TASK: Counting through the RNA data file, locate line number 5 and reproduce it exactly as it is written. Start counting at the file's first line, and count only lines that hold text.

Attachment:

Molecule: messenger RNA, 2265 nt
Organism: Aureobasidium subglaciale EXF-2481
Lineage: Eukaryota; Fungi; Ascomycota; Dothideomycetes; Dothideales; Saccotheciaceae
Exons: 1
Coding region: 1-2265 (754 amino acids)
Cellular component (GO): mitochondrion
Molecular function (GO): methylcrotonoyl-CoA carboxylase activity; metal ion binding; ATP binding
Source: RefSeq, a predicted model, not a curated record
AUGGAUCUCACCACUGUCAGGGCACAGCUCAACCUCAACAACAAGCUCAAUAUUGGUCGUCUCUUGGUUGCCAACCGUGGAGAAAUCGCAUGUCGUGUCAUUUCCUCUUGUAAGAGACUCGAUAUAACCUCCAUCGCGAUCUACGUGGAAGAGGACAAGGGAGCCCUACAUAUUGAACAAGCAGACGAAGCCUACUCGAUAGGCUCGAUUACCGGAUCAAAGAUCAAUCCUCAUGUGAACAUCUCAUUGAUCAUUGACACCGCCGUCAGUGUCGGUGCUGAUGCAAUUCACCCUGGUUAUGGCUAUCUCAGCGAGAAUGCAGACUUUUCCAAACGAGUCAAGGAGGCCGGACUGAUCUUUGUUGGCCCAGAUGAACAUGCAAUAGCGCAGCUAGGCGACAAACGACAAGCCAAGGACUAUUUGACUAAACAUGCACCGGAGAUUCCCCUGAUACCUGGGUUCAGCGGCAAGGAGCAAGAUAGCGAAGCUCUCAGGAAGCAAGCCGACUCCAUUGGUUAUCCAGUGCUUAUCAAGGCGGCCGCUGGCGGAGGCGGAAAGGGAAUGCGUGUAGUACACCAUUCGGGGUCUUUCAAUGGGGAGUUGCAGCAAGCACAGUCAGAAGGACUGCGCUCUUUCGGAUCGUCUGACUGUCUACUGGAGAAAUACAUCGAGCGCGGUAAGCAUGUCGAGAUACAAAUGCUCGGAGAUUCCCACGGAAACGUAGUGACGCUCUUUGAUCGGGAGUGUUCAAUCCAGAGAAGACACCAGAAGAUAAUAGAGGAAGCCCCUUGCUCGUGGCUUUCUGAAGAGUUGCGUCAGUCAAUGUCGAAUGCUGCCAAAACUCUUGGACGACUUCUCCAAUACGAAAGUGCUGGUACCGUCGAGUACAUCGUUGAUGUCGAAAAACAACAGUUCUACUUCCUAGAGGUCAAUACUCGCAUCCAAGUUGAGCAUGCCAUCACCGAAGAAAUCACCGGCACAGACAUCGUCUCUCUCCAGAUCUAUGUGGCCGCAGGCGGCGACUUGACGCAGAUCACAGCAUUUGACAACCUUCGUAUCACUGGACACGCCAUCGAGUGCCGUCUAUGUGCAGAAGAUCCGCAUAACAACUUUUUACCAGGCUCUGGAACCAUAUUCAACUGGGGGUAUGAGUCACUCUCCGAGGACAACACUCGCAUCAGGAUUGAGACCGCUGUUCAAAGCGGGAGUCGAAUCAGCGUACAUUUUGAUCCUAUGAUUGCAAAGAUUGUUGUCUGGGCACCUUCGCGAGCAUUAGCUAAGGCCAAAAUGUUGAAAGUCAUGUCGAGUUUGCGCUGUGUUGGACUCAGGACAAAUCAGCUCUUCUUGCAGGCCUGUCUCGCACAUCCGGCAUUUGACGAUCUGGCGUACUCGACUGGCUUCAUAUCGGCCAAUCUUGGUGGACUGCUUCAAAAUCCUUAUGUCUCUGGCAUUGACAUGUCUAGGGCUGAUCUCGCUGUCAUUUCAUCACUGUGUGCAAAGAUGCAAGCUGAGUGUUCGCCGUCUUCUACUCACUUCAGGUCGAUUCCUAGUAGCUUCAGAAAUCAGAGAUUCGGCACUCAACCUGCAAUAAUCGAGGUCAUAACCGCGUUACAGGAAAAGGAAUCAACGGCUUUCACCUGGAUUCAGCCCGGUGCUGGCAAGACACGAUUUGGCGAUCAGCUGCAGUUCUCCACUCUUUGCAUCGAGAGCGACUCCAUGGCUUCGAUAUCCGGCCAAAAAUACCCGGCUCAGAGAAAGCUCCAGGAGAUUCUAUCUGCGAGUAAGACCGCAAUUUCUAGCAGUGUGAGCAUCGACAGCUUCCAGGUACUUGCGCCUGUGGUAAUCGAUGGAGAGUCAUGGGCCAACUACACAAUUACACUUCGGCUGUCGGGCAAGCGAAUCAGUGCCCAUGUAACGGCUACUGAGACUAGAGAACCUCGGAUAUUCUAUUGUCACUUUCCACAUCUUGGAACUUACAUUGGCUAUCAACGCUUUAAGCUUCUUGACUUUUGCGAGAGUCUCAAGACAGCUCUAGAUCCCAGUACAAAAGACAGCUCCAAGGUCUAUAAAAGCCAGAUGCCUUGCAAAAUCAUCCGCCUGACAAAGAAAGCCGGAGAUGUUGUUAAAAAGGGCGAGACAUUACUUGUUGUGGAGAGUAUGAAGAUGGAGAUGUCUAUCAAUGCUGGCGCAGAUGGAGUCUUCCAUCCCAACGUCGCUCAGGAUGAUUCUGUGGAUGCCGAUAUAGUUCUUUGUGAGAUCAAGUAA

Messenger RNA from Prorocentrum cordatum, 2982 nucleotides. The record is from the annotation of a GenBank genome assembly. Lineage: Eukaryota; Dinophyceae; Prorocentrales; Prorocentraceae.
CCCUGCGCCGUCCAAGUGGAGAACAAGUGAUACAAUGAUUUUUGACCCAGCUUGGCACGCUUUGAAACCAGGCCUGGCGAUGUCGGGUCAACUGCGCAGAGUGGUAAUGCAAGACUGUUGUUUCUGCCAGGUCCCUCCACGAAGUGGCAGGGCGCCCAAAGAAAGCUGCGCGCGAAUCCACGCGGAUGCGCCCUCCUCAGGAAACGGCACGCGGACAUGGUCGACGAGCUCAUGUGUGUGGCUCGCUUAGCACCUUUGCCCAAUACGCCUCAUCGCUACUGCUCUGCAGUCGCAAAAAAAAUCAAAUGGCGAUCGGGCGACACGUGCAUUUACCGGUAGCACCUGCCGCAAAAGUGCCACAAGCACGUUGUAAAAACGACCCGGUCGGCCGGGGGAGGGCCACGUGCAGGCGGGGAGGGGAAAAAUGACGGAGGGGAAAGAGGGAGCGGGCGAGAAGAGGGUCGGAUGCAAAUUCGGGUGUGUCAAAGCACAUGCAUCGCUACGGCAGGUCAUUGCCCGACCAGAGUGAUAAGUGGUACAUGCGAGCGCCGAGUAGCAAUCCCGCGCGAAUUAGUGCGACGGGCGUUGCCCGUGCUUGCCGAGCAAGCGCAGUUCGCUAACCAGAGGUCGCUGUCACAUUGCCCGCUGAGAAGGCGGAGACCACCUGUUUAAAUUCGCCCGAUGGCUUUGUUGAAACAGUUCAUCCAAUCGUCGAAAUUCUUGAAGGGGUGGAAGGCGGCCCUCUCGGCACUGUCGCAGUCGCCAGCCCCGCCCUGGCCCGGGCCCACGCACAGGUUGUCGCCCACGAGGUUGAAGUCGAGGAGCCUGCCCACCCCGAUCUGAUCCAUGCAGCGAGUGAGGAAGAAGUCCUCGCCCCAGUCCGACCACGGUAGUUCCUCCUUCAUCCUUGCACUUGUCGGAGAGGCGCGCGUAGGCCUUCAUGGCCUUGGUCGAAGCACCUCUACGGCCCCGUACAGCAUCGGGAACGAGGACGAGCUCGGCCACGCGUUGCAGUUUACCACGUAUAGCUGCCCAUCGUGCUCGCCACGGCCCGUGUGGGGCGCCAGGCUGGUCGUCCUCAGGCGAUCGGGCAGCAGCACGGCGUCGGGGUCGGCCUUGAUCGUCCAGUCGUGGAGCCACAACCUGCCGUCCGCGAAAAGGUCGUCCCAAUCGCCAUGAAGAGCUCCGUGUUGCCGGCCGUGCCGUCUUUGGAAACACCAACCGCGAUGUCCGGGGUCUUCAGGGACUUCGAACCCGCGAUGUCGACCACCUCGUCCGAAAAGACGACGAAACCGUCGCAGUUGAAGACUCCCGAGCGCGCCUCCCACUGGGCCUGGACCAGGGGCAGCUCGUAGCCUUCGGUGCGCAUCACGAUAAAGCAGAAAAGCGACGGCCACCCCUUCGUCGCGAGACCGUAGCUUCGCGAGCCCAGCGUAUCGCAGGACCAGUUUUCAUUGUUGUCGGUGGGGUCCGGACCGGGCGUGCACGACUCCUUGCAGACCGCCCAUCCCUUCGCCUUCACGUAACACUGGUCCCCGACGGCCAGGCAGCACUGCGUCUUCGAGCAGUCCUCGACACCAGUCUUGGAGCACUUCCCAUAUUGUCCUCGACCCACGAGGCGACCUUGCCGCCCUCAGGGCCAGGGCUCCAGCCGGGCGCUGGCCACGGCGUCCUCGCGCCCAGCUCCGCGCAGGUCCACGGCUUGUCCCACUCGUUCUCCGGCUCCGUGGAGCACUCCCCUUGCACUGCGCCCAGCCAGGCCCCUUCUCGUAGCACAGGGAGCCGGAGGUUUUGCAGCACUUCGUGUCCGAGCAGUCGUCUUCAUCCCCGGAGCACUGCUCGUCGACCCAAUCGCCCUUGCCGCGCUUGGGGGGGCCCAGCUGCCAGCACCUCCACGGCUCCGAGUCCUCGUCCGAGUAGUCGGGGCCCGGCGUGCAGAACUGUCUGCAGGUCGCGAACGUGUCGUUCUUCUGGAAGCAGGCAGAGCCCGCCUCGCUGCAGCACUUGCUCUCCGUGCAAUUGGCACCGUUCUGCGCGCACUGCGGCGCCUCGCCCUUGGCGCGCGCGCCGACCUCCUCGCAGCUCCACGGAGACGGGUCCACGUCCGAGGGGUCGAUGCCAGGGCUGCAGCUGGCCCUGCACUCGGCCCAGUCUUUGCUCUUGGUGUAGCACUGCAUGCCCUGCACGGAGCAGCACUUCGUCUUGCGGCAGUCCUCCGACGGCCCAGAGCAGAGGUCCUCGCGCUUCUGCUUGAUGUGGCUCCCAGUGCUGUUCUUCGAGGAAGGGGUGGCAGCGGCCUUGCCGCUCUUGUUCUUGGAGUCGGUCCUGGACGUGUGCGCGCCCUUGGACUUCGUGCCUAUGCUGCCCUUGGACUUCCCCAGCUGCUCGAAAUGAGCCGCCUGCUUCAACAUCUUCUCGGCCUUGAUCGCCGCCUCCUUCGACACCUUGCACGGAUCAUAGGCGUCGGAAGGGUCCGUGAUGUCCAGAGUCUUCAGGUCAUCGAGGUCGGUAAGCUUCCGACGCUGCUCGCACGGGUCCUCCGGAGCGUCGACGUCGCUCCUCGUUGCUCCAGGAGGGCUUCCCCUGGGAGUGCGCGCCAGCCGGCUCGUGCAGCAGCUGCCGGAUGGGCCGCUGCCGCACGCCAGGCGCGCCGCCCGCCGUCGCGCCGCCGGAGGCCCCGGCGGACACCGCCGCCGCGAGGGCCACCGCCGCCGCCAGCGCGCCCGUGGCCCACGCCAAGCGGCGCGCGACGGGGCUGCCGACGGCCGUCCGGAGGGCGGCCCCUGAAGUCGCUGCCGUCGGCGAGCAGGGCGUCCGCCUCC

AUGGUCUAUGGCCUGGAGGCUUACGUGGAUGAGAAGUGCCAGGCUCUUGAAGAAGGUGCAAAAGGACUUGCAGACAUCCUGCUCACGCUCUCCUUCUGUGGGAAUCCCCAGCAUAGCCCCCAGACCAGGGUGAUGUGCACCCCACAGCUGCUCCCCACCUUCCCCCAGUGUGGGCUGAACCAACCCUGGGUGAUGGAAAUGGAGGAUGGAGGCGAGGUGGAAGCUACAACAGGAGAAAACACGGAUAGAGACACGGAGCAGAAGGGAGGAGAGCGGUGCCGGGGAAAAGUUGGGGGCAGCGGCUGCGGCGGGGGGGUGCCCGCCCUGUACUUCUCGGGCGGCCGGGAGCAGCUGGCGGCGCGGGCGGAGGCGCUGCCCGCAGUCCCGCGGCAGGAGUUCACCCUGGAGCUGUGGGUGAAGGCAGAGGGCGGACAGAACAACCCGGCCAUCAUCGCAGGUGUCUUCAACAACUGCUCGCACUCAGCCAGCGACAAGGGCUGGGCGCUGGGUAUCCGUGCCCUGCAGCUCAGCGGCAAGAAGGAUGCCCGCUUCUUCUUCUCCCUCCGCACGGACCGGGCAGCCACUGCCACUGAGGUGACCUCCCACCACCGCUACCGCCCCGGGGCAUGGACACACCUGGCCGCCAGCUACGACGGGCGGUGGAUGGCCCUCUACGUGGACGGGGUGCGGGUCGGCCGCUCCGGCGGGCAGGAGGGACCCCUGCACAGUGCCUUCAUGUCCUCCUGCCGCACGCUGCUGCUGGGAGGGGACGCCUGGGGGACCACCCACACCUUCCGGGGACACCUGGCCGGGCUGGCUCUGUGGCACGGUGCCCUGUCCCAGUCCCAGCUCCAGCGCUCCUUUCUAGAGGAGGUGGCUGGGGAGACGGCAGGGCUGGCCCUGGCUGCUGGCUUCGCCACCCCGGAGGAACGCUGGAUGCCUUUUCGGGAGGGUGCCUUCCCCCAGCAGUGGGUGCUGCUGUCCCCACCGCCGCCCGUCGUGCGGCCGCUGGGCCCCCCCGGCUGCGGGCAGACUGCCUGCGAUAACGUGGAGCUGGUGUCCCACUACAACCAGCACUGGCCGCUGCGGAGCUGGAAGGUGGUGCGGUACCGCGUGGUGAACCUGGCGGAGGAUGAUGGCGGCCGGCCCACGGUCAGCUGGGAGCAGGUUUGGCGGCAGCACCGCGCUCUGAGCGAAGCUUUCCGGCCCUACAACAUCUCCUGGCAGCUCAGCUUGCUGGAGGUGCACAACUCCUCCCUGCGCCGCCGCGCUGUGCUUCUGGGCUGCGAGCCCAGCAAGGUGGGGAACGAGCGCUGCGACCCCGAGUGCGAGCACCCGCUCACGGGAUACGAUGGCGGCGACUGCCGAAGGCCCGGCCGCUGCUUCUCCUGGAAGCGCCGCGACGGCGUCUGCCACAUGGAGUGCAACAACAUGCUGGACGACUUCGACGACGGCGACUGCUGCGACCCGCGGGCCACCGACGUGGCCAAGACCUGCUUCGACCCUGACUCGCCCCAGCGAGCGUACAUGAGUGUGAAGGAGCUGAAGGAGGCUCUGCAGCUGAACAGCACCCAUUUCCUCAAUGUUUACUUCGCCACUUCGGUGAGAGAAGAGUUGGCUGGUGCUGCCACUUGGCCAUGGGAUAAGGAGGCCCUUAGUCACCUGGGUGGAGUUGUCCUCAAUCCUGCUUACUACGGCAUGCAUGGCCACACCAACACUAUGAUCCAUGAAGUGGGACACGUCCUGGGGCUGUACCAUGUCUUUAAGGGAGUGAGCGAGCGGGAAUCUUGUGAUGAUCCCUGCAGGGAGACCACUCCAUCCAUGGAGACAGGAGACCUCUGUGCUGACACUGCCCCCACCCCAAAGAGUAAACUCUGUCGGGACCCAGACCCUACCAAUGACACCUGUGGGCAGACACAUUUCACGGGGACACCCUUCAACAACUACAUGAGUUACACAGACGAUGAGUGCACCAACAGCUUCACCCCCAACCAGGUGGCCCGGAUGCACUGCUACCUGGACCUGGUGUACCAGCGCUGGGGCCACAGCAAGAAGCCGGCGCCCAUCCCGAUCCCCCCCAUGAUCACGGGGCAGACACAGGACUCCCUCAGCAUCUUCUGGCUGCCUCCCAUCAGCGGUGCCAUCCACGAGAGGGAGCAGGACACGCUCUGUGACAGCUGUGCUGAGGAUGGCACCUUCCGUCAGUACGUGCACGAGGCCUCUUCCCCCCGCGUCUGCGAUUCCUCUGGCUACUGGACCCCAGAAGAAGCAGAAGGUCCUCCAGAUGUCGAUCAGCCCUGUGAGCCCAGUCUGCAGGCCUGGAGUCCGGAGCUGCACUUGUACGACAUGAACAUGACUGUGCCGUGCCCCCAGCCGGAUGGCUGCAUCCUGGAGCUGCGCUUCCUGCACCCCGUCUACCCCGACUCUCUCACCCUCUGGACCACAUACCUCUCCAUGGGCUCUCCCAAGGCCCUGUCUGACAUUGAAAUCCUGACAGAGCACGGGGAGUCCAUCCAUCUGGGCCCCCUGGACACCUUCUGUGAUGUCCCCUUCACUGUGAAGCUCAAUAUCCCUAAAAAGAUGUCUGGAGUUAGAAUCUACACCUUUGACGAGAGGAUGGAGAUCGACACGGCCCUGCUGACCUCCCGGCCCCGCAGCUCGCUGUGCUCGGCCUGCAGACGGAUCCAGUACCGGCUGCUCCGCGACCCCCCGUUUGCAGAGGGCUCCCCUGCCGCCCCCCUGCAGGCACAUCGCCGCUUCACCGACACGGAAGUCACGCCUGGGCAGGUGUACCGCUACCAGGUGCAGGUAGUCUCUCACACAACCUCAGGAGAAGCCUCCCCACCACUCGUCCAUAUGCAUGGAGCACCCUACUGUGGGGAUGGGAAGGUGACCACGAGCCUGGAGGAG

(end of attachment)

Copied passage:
Coding region: 1-2265 (754 amino acids)